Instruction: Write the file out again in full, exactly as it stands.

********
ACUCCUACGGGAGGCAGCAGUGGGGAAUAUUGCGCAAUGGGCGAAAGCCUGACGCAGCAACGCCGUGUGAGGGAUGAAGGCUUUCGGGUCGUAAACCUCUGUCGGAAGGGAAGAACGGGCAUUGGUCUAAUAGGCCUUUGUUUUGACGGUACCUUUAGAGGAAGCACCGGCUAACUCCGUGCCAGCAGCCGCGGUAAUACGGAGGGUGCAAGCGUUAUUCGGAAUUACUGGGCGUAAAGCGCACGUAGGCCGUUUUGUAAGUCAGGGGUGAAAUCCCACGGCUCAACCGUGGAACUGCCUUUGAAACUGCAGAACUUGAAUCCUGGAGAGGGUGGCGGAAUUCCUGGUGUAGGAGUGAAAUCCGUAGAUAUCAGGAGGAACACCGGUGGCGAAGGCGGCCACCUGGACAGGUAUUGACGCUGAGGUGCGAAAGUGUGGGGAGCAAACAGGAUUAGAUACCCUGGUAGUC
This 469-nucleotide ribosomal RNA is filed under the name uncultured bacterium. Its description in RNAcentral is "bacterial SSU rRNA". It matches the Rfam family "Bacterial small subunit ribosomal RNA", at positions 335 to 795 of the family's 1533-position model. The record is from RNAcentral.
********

ACUCCUACGGGAGGCAGCAGUGGGGAAUAUUGCGCAAUGGGCGAAAGCCUGACGCAGCAACGCCGUGUGAGGGAUGAAGGCUUUCGGGUCGUAAACCUCUGUCGGAAGGGAAGAACGGGCAUUGGUCUAAUAGGCCUUUGUUUUGACGGUACCUUUAGAGGAAGCACCGGCUAACUCCGUGCCAGCAGCCGCGGUAAUACGGAGGGUGCAAGCGUUAUUCGGAAUUACUGGGCGUAAAGCGCACGUAGGCCGUUUUGUAAGUCAGGGGUGAAAUCCCACGGCUCAACCGUGGAACUGCCUUUGAAACUGCAGAACUUGAAUCCUGGAGAGGGUGGCGGAAUUCCUGGUGUAGGAGUGAAAUCCGUAGAUAUCAGGAGGAACACCGGUGGCGAAGGCGGCCACCUGGACAGGUAUUGACGCUGAGGUGCGAAAGUGUGGGGAGCAAACAGGAUUAGAUACCCUGGUAGUC
This 469-nucleotide ribosomal RNA is filed under the name uncultured bacterium. Its description in RNAcentral is "bacterial SSU rRNA". It matches the Rfam family "Bacterial small subunit ribosomal RNA", at positions 335 to 795 of the family's 1533-position model. The record is from RNAcentral.